By Rafay Saeed Ansari

Avoiding Redundancy with WAI-ARIA in HTML Pages

By Rafay Saeed Ansari

Life’s been easy since we’ve started integrating ARIA roles in HTML code. ARIA has been providing additional semantics to help assistive technologies (ATs) and making it possible for developers to enhance the usability of web applications for people with disabilities. The fundamental question remains to date — do HTML elements need ARIA role attributes to expose their semantics?

In this article, I will cover this subject along with the new HTML5 structural elements with default implicit semantics that contest ARIA roles.

ARIA Basics and General Perceptions

WAI-ARIA (commonly known as ARIA) is a set of attributes that you can add to your HTML elements. The purpose of these attributes is simple — to communicate role, property, and state semantics to ATs by means of accessibility APIs that are present in web browsers. Stephan’s post An Introduction to WAI-ARIA is a must-read for those of you who are new to ARIA.

The general perception about ARIA in the HTML community is “don’t use ARIA code if HTML has got you covered”. The same thing can be said a little more clearly: If your HTML element is already implemented but does not have accessibility support yet, use ARIA.

Effect of ARIA Roles on Most Elements

There are some general cases in which the semantics of an HTML element can be exposed by use of an ARIA role, property, or state. A bit perplexing at first, this is known in the HTML community as the HTML element’s default implicit ARIA semantics.

However, when coding in HTML it is best to write semantically correct HTML (and thus make use of its native semantics) before setting out to integrate ARIA attributes.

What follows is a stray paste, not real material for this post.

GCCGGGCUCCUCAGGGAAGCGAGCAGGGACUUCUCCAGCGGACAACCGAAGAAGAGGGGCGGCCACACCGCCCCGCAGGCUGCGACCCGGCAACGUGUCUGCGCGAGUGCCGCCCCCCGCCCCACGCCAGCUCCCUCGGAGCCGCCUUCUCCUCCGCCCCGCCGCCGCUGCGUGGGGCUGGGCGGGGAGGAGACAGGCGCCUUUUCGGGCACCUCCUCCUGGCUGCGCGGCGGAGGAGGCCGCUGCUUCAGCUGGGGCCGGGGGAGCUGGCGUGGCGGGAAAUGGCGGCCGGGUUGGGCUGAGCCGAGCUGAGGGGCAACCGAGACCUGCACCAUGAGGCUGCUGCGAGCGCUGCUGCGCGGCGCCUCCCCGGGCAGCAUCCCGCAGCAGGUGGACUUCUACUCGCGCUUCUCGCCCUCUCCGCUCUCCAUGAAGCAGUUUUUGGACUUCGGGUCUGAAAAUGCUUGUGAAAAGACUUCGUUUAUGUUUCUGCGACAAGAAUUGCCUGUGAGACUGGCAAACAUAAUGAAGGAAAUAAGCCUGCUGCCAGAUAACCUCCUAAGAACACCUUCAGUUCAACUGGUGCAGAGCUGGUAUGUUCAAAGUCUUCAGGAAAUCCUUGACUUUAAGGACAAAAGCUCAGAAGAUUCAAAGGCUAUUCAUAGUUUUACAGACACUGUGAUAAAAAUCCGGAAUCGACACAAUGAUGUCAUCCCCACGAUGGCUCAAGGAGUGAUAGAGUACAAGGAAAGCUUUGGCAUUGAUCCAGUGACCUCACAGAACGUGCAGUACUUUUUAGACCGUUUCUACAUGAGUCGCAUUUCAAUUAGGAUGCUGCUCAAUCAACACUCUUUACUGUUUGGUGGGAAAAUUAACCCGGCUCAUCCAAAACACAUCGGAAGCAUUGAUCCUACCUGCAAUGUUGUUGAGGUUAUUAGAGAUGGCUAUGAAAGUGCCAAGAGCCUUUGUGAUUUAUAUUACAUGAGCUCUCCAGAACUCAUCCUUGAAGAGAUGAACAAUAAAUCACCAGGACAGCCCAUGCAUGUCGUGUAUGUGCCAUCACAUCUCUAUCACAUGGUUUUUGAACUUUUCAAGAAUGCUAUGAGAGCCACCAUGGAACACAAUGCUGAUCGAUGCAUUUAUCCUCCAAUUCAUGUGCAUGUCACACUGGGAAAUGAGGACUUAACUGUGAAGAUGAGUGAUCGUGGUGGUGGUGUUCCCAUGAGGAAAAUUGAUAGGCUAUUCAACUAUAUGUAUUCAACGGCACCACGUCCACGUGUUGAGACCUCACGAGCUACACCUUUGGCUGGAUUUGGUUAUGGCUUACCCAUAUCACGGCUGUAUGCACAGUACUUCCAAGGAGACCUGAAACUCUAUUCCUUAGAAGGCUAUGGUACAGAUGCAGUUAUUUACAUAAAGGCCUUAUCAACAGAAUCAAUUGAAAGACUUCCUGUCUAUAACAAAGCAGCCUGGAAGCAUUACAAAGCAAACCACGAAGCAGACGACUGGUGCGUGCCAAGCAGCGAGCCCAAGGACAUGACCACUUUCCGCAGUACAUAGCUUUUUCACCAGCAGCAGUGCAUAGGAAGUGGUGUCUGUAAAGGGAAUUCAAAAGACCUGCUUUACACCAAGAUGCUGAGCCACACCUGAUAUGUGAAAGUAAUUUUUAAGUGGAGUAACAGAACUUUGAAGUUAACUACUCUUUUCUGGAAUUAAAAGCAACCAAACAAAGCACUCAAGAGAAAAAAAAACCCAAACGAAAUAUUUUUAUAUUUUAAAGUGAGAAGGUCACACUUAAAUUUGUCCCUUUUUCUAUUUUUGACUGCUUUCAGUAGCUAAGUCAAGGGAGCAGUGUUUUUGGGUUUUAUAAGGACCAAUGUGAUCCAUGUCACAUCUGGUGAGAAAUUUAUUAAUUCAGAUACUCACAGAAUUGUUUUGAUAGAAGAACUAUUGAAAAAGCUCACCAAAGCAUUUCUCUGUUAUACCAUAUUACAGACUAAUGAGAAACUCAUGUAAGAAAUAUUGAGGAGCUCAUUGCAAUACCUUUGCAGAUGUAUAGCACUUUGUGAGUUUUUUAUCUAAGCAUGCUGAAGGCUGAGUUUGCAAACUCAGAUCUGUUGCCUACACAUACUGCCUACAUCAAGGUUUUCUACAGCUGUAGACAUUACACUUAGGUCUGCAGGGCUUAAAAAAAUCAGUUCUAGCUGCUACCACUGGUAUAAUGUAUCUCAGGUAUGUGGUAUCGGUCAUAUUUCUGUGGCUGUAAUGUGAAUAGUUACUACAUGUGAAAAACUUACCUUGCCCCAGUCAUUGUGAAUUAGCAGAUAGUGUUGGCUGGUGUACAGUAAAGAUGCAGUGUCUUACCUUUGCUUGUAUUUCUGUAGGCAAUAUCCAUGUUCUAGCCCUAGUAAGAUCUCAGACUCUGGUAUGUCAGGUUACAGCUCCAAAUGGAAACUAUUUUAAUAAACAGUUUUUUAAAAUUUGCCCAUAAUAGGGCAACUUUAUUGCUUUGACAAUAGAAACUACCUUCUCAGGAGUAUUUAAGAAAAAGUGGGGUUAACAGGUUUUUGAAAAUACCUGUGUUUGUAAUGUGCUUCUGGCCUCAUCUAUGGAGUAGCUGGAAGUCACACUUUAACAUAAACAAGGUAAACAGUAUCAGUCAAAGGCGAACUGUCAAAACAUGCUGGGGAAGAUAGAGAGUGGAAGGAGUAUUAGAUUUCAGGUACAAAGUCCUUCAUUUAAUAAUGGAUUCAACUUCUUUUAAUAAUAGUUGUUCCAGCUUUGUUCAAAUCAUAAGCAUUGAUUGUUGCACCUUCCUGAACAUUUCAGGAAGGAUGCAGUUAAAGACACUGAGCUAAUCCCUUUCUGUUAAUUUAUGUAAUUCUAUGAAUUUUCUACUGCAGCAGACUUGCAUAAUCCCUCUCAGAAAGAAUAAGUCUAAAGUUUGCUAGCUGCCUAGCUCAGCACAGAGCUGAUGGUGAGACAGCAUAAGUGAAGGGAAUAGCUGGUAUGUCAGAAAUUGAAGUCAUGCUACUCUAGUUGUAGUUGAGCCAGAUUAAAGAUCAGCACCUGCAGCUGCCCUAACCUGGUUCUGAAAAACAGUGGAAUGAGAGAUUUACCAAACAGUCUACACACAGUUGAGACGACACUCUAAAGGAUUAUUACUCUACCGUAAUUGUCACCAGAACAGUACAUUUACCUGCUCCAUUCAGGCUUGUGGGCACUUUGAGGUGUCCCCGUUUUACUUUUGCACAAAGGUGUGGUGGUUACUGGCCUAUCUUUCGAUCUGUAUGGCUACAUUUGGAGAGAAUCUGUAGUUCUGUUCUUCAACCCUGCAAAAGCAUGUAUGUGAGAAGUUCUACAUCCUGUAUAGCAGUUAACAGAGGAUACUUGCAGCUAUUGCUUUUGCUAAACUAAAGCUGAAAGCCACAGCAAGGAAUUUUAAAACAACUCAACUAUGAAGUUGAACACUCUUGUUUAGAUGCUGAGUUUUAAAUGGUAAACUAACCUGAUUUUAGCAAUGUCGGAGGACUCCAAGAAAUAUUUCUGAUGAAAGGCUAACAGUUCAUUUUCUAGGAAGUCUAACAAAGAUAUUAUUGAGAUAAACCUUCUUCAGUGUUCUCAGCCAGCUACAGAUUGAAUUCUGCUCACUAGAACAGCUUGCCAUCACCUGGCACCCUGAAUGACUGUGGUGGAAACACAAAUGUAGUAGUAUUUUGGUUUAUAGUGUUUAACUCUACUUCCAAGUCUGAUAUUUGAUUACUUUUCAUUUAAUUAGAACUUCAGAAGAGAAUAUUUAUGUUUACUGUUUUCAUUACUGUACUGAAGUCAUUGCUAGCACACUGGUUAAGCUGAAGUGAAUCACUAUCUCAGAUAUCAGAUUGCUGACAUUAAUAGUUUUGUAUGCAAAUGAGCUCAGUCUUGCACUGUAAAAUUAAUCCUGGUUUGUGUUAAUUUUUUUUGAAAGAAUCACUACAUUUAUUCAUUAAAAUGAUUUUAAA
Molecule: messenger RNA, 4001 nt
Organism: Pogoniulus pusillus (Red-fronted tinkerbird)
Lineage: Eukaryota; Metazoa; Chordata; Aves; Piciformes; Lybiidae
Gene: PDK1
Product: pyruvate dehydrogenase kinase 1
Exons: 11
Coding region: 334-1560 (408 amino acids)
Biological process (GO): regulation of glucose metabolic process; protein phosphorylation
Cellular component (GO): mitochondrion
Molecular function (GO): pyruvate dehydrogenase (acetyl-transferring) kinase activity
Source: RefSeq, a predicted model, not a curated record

ARIA roles do not add anything to the default semantics of most HTML elements.

The rule is to keep it simple — if the semantics are included in the HTML element by default then do not use ARIA. Integrating ARIA where it isn’t necessary makes for redundant code.

Does HTML4 Need ARIA Roles?

As explained by accessibility expert Steve Faulkner, all of the HTML elements that were defined in HTML4 (and earlier HTML versions) do not require ARIA roles added to uncover their default semantics because they have already been mapped.

In fact, using ARIA roles in such situations and with elements defined in HTML4 will not make a difference. If ARIA roles are used in HTML4-based code, this will necessitate extra work by you by someone reviewing your code. Therefore, it is generally advisable to not add ARIA roles to HTML elements if it can be avoided.

New Features in HTML5

According to the HTML5 Specification:

In the majority of cases setting an ARIA role and/or aria-* attribute that matches the default implicit ARIA semantics is unnecessary and not recommended as these properties are already set by the browser.

This means that new features that have been defined in HTML5 have default implicit ARIA semantics exposed by most web browsers. Despite this fact, it cannot be assumed that the HTML element you’re using is already mapped to ARIA without looking it up first. Keeping this in mind, I suggest that you add the ARIA roles for the time being to stay on the safer side of the scale — even if it means having to write redundant code.

Redundancy in ARIA

Interactive elements in HTML5 are those that are categorically intended for user interaction (e.g. most form elements or the button element). Adding default implicit ARIA roles to HTML5 interactive elements would not have any effect on them. Doing so will not have a detrimental effect thought but, as mentioned, not adding the ARIA roles wouldn’t put it in harm’s way. Interactive elements do not require ARIA roles and it is suggested that you do not add them so as to save development time.